Saint Augustine of Hippo

Aurelius Augustine was born in North Africa in 354 AD to a pagan father and devout Christian mother. Gifted with a brilliant mind, he enjoyed academic success and worldly pleasures at Carthage until he became restless for truth and virtue. Successively disappointed by Platonic philosophy and Manichaen theology, he found his rest in the God of Catholic Christianity at the age of 32. Ten years later, Augustine reluctantly became Bishop of Hippo. A prolific writer and original thinker, Augustine's treatises, sermons and letters number into the hundreds. He put his gifted mind to work on subjects such as grace, the Trinity, the soul, predestination, the sacraments, sexuality and free will. Augustine's thought has had a profound impact on both Catholicism (primarily in his doctrine of the church) and Protestantism (especially in his concept of salvation). The Life of Augustine of Hippo Augustine is one of the precious few ancient figures who recorded a great deal of information about their life and times. In fact, he is one of very few historical figures to have written an autobiography, a genre that until recent centuries was rarely seen. In his Confessions, a spiritual autobiography chronicling his adventurous journey to salvation, Augustine

"I neither wished nor needed to read further. but feeling called to the monastic life. His eyes fell on Romans 13:13-14: "Not in rioting and drunkenness. he visited Hippo Regius in hopes of assisting a friend to conversion. he thought he heard a child's voice chanting. At once. Most of what follows is taken directly from Augustine's own account. as he sat tormented by indecision and powerlessness. his other writings. the Confessions nevertheless provide theologians with valuable insight into the background and influences of Augustine's thought. not in strife and envying. the newly-converted Augustine was baptized. along with his son and a friend. Augustine quickly gained a great reputation. In 391." Following a quiet winter spent at Cassiacum with family and friends. and make not provision for the flesh to fulfill the lusts thereof. where he set up a study-focused monastic community with several friends. and attended church . and modern scholarship.offers historians a detailed account of his life and experiences up to his conversion. Augustine as Bishop of Hippo After a year in Rome. Moreover. as if in a game. it was as if a light of relief from all anxiety flooded into my heart. Conversion to Catholic Christianity Augustine's internal conflict came to a head in a garden in August of 386. with supplemental information provided by his contemporaries. he carefully avoided being pressured into becoming a bishop by avoiding all churches lacking such a leader. Finally. on Easter 387. average readers are often struck by how remarkably modern and relevant Augustine's story seems to be. not in chambering and wantonness. Although artistic license is certainly utilized. and historians with important information on life in the Roman Empire at the close of the 4th century. Augustine eagerly headed home to Thagaste. "Take and read! Take and read!" Understanding this to be a sign from God. with the last words of this sentence. weeping with despair and crying out to God. Augustine opened his copy of Paul's epistles and read the first thing he saw. All the shadows of doubt were dispelled. but put on the Lord Jesus Christ." Augustine later wrote of the moment.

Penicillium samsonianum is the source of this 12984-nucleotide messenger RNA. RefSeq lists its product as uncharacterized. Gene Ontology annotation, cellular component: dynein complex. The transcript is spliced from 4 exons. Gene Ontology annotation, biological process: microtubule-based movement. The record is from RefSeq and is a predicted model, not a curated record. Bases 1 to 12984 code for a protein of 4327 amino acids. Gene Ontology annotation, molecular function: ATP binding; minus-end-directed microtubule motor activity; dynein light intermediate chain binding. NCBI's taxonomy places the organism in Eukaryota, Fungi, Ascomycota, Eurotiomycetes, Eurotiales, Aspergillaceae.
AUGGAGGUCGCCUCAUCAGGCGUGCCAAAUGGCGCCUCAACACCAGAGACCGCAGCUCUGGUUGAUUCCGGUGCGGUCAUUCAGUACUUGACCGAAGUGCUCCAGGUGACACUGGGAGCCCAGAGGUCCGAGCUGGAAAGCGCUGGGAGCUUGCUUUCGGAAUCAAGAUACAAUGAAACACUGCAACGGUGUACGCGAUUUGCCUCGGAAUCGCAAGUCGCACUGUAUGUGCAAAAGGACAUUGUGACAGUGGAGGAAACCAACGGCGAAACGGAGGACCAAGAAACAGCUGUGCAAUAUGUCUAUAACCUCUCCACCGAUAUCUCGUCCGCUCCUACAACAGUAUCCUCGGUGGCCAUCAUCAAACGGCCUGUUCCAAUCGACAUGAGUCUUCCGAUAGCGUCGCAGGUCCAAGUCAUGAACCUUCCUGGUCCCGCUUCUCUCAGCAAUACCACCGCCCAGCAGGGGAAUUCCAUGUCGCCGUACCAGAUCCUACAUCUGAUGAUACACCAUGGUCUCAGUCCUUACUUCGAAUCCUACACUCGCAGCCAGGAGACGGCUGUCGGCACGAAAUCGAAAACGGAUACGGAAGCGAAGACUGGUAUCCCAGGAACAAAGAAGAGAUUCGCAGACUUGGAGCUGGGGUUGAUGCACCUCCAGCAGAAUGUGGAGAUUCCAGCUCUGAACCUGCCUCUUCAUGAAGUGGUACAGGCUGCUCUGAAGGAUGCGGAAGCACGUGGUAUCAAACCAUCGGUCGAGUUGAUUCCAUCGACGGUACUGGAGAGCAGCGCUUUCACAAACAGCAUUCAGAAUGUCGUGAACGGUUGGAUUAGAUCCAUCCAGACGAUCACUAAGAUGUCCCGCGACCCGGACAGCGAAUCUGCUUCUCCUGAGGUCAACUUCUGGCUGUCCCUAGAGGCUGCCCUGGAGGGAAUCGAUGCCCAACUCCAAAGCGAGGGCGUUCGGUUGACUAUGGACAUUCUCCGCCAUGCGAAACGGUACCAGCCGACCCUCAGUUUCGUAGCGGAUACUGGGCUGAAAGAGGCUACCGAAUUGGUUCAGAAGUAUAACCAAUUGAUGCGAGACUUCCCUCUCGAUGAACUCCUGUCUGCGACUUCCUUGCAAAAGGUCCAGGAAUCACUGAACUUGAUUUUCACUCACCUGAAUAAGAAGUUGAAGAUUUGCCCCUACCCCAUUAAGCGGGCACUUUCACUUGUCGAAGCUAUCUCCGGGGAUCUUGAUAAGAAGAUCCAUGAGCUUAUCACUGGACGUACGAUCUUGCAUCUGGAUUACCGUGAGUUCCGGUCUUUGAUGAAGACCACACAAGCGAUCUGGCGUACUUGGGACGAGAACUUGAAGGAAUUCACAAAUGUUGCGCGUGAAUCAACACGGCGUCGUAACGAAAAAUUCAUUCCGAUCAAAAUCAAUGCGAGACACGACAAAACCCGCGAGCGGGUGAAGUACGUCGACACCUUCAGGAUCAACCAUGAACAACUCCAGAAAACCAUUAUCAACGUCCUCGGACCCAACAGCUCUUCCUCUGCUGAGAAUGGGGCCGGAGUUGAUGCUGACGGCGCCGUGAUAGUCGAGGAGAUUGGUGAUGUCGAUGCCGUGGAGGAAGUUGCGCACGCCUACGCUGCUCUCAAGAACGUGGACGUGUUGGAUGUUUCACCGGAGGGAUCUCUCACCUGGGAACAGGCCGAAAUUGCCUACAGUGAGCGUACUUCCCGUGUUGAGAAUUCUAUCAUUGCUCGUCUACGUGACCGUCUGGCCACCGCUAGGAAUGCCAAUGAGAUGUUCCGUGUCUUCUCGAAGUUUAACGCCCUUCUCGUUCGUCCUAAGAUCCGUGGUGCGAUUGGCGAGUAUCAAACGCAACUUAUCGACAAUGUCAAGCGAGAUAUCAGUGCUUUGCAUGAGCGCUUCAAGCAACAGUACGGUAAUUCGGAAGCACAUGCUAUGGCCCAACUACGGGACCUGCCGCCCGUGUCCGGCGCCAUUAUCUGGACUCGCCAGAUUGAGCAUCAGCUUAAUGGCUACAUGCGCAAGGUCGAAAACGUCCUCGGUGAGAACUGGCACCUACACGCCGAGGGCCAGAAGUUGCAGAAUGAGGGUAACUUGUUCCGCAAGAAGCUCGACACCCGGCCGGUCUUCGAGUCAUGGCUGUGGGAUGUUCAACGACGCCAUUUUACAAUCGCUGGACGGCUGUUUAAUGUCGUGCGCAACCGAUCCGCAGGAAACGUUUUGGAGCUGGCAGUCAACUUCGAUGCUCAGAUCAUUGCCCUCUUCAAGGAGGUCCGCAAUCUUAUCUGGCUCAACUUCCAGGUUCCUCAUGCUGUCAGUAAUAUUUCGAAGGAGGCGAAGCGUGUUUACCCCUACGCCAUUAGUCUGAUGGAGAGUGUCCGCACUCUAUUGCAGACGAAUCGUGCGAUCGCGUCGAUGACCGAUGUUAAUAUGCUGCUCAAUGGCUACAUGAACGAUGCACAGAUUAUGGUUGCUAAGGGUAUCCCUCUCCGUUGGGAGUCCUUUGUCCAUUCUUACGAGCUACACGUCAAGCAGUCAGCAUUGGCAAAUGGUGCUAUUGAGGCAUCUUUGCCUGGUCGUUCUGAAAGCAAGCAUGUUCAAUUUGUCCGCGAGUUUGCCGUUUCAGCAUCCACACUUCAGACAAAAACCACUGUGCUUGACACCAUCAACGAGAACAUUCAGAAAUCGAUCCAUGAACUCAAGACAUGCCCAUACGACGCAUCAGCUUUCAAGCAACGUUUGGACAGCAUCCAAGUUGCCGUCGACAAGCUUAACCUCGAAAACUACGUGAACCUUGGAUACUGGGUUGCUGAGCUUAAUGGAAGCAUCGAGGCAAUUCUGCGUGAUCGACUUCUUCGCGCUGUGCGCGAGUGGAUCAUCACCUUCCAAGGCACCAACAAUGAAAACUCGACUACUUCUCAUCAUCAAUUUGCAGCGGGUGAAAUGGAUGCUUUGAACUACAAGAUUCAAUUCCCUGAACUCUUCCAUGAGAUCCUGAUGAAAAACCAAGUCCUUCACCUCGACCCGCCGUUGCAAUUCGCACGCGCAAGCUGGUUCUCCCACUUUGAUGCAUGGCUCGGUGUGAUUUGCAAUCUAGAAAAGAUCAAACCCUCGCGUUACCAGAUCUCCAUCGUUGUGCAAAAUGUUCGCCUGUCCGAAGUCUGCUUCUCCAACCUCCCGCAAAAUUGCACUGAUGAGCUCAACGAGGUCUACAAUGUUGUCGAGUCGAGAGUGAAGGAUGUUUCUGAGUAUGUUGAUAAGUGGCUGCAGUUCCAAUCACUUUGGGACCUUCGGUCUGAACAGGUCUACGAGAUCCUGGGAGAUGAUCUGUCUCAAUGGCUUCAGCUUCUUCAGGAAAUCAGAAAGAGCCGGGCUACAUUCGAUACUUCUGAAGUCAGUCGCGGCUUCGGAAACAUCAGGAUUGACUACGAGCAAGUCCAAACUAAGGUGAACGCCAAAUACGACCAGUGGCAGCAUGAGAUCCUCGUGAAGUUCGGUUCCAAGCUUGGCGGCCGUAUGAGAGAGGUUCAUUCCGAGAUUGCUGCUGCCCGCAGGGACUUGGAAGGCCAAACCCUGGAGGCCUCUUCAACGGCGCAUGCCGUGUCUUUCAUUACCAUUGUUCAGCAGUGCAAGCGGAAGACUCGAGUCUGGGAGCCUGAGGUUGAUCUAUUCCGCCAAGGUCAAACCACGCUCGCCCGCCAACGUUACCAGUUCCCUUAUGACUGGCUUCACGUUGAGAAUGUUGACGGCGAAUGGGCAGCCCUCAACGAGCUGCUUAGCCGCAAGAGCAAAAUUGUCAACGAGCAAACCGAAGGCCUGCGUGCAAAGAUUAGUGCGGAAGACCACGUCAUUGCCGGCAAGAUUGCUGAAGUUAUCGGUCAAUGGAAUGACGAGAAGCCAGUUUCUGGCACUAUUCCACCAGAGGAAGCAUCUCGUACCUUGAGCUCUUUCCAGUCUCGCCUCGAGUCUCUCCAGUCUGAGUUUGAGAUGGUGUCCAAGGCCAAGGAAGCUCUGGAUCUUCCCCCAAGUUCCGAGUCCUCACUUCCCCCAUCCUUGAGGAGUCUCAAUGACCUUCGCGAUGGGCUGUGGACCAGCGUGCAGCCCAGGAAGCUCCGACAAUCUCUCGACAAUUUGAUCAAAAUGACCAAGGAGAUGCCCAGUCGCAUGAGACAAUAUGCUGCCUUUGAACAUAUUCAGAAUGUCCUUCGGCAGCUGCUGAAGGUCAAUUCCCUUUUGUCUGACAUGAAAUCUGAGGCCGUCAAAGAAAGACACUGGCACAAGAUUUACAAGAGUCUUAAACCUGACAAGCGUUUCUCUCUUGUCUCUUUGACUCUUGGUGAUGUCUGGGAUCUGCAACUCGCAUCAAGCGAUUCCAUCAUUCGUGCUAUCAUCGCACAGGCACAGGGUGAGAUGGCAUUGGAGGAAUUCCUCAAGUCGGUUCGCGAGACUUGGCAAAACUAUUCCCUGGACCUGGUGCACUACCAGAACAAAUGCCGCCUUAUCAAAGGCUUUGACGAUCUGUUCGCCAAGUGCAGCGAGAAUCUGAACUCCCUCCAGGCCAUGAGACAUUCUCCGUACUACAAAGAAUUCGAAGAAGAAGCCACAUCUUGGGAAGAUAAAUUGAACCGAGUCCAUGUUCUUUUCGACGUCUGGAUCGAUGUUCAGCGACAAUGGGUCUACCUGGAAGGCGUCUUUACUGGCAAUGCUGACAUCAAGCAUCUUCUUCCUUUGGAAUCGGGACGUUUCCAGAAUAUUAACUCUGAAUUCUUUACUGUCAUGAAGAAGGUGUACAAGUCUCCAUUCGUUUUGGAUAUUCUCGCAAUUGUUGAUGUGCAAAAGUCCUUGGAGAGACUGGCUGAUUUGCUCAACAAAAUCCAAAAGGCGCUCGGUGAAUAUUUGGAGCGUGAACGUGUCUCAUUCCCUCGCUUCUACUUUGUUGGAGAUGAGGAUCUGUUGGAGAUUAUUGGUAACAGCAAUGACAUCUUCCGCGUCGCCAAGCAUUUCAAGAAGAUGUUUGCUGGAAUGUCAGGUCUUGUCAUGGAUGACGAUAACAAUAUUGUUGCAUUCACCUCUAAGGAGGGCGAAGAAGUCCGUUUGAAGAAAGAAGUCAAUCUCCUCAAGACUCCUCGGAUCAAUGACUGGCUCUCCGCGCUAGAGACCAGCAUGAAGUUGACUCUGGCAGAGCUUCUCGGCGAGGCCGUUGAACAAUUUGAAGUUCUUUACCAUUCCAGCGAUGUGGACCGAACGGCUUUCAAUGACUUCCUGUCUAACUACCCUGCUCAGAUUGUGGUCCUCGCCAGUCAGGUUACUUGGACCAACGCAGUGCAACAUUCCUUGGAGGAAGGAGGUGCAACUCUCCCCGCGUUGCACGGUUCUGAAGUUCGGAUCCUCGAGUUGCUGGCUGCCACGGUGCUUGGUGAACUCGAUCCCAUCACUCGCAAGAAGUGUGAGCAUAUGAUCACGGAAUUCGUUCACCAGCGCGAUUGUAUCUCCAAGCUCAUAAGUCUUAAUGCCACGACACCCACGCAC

but after only three of these Augustine fell ill with a fever. In addition to the regular tasks of administering the sacraments. Augustine's Last Days In May 429. The bishop died a year later.free will. the bishop was looking for a presbyter. and autobiography. The church did have a bishop by the name of Valerius. The psychological awareness and self-revelation of the work still impress readers. Works of Augustine Augustine was a prolific author in several genres-theological treatises. arriving at Hippo Regius a year later. visiting the afflicted. sermons. and the meaning of grace. contending against the Manichees. a schismatic Christian group. Hippo was under siege for fourteen months. he wrote an extraordinary amount and engaged in several heated controversies.and all served to develop Augustine's thought. Augustine moves from his conception to his current (at about the age of fifty) relationship with God. with issues relating to our discussion . His Confessions is usually accorded the position of the first autobiography in history. at least in part. 430. preaching. He took on a remarkable amount of duties. baptism. Augustine devoted himself to his role as Hippo's new bishop. He spent his early clerical career in study. at the age of seventy-six. Augustine died on 28 August. . judging disputes. and Pelagianism. All three dealt. Donatism. and despite his initial reluctance. Coerced by the congregation. and ends with a long excursus on the book of Genesis in which he demonstrates how to interpret scripture. but unbeknownst to Augustine. and helping the needy. and battling with the Donatists. St. completing On Free Will. In 395 Bishop Valerius nominated Augustine as his successor. Augustine was intimately involved in three major controversies: Manichaeism. but his trust in God bore him up and he refused to flee and abandon his flock.services there. Augustine was devastated by these events. scripture commentaries. Augustine reluctantly but obediently became priest of Hippo. the Vandal army began advancing across Africa. philosophical dialogues. beginning his duties in 391. respectively .